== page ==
Erich Long – Drumming Log Wildlife Management

If you consider yourself a serious deer manager, you must be able to handle yourself in a professional manner at all times.  That means being able to handle situations from failure to accomplishment with class because we are true conservationist.

As a professional deer manager, I get the pleasure of meeting all types of people in my travels and engagements.  I have to be able to answer questions ranging from off the wall to difficult. Along with meeting people, I come across situations where people are looking to me for the right answers. I had one of those situations the other day and I would like to share. It might shine some light on the topic of those who believe in Quality Deer Management versus consumers.

I stopped by a meat processor just the other day and there was a crowd hanging out watching and waiting to see what hunters might bring in.  When I pulled in, I noticed quite a few vehicles had the QDMA logo on the back window.  It was a pleasant scene to be around like minded people.  I knew a few guys standing around and the conversation instantly went toward growing and managing deer.  We had some laughs as the crowd grew and some great deer were brought in as well as some that weren’t so great.

Quality Deer Management The thing I love to do is observe people’s behavior in these situations.  To watch and listen to the difference between QDM’ers vs. consumers is truly amazing.  When a good 2.5 year old would come in, the QDM crowd would gather around the truck and say, “One more year on this guy and it would be scary.”  Then, they would try their hardest to educate the person on the philosophy of Quality Deer Management.  That alone is quite an interesting conversation.  What was most interesting was when a great buck would come in they would still promote the beliefs of Quality Deer Management if the person wasn’t a member.

This went on for an hour or so and then a gentlemen came in with a yearling buck.  He checked it in with the processor and came over to our crowd to ask for a bag of some sort.  One gentleman gave him a bag and he met the processor outside the door where he slipped the rack of that yearling in the plastic bag.  He noticed everyone was staring at him and he instantly put his head down like he was embarrassed because he knew what the looks were about.  One person asked me, “Stretch, you have been here for an hour and haven’t said two words to people like him. Why?”.  I gave a smirk and began to give them the reason for my silence.  I told them that was the difference between us.  The difference between putting your trophy in a bag versus the rack of a buck being seen above your truck bed is a finger pull away in mentality.  I went on to say that I have been quiet listening and watching them.  No one can argue their passion for promoting the future of deer hunting, but what they just did was as bad as an “anti” getting in his face for killing the deer.  He walked away embarrassed because they had made him feel like he did something wrong.  To us, we don’t roll that way, to him, well, we don’t know his story.  I ended my sermon with “that there is what makes the world go round gentlemen”!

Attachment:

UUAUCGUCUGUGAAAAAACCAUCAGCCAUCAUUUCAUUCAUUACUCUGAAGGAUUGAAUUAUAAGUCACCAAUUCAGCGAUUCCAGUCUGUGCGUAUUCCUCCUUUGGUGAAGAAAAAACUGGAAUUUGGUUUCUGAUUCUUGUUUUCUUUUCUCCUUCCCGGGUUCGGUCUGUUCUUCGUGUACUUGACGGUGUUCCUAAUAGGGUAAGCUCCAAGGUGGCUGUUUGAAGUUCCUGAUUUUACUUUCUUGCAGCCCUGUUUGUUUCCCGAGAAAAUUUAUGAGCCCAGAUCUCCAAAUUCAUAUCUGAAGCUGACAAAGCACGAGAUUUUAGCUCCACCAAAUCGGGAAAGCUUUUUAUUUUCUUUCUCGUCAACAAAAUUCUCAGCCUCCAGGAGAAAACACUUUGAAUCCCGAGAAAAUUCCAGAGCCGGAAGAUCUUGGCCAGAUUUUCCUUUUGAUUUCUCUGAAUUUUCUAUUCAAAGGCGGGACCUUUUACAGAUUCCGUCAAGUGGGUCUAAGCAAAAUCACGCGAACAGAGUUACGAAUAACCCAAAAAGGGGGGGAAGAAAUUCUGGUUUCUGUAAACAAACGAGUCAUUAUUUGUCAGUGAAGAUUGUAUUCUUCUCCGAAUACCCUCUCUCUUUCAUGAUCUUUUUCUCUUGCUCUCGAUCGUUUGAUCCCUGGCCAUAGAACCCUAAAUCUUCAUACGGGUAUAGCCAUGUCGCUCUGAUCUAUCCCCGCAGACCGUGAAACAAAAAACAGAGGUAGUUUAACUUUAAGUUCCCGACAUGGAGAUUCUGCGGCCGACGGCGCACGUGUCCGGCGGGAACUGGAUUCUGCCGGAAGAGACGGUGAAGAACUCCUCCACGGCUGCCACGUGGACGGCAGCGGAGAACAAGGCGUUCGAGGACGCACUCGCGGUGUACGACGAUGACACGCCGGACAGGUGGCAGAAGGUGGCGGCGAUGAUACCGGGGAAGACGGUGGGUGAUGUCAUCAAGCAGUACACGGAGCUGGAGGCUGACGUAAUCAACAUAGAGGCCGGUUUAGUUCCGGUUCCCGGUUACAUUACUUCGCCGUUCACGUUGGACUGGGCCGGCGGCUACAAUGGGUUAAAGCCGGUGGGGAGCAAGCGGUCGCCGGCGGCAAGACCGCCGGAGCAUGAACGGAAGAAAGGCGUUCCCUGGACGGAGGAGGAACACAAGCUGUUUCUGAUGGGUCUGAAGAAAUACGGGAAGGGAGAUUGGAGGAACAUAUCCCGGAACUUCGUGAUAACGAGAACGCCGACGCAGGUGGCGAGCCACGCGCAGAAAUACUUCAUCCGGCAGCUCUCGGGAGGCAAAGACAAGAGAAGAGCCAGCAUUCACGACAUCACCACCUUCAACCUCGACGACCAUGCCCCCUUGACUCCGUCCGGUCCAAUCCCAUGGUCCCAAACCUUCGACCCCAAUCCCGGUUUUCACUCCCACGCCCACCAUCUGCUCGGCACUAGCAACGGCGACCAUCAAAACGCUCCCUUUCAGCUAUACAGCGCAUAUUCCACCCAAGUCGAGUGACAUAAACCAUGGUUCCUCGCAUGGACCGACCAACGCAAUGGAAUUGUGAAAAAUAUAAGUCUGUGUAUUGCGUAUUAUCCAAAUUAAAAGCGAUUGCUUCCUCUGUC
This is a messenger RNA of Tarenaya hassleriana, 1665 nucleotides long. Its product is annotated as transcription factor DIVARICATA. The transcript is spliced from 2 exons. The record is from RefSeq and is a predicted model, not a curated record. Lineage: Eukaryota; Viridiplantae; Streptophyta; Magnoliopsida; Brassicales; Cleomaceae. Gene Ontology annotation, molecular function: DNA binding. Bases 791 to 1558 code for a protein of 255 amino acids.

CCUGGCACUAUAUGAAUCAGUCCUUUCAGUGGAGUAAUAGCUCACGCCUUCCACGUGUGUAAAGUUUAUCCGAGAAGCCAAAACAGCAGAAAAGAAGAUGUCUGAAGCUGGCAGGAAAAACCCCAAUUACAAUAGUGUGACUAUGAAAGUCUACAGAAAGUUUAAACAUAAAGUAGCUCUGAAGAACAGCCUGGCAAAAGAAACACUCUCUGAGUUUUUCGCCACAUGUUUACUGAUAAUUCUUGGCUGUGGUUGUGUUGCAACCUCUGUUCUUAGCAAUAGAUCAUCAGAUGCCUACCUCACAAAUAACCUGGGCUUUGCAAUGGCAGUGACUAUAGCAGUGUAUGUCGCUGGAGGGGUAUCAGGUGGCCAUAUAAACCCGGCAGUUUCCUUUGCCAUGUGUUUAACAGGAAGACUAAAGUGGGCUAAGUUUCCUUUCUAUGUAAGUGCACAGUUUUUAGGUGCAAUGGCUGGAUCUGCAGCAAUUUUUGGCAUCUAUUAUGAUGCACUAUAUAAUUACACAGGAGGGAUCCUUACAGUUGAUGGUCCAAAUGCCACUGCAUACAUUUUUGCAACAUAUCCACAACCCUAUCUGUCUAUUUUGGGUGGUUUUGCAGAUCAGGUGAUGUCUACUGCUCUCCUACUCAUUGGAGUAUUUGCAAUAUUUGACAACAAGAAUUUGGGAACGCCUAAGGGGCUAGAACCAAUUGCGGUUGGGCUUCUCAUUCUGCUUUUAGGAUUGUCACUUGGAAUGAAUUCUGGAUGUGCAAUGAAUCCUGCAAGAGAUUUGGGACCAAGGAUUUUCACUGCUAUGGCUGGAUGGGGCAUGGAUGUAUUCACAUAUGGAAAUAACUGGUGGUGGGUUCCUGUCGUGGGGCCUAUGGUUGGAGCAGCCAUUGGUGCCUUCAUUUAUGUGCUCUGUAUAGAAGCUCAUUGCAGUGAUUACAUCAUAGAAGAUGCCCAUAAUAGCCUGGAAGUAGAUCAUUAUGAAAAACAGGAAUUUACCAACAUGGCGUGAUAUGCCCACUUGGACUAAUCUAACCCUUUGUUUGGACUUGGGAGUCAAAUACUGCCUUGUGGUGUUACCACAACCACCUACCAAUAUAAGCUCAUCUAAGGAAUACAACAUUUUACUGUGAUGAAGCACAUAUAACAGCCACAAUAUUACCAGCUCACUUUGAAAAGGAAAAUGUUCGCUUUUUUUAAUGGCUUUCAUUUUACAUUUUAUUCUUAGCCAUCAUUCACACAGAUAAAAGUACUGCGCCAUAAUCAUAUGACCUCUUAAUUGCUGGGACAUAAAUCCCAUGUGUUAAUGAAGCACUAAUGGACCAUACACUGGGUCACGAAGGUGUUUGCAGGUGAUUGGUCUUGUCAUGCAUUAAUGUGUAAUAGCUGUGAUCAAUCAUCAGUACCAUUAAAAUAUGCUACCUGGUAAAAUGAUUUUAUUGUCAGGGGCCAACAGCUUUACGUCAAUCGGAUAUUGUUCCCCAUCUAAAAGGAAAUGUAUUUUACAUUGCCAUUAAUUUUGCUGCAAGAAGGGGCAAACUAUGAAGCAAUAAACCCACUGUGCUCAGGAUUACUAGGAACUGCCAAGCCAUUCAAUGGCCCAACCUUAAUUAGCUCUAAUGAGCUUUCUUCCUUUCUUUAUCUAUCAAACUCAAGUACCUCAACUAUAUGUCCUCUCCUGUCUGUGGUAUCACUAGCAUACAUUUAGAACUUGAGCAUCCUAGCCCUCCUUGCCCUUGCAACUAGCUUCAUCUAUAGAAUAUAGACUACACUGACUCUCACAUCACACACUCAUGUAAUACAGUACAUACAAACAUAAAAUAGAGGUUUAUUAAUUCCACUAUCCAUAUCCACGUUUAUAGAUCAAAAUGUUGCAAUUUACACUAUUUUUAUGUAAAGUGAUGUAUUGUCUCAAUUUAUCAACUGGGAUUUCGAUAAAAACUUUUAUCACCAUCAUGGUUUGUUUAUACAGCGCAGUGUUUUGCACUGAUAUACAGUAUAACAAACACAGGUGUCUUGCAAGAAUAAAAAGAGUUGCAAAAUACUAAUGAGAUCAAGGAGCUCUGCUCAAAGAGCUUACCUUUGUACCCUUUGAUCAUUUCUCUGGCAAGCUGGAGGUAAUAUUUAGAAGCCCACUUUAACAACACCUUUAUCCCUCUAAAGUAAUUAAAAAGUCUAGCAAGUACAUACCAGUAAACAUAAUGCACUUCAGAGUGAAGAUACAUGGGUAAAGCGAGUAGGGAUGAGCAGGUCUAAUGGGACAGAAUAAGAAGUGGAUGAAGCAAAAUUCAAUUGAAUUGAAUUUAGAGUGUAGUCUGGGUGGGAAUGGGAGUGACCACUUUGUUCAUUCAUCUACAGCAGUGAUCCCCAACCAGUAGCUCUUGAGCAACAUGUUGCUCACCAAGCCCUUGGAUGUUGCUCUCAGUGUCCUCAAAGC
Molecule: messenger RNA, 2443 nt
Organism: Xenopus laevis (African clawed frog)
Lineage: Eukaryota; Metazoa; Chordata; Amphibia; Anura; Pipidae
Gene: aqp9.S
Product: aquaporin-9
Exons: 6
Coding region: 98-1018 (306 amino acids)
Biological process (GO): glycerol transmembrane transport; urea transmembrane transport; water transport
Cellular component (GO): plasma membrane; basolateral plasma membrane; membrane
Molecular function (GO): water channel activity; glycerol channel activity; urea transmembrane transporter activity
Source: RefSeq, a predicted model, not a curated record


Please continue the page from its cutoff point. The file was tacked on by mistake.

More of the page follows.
If you consider yourself a diehard QDM’er or you’re just a weekend deer farmer, you have to be able to handle situations like that.  Be professional at all times.  Take your words into consideration on how you would feel with the stares and whispering.  To promote this great philosophy we love, we will go a lot further keeping our thoughts to ourselves.  Promote the cause, but not at a processing plant.  The damage is done and you will only have people walking away with the belief you are arrogant and the resentment will build toward QDM or even the QDMA itself.  Pick and choose your battles and yes, educate with passion, but educate with common sense.  Don’t go into a situation with guns blazing, but with professionalism.

You and I are different for we are believers. We want everybody to benefit from this concept.  Accept that challenge with grace and white gloves and remember what I told them that day at the processors, “That there is what makes the world go round”!

Thanks for being a deer manager.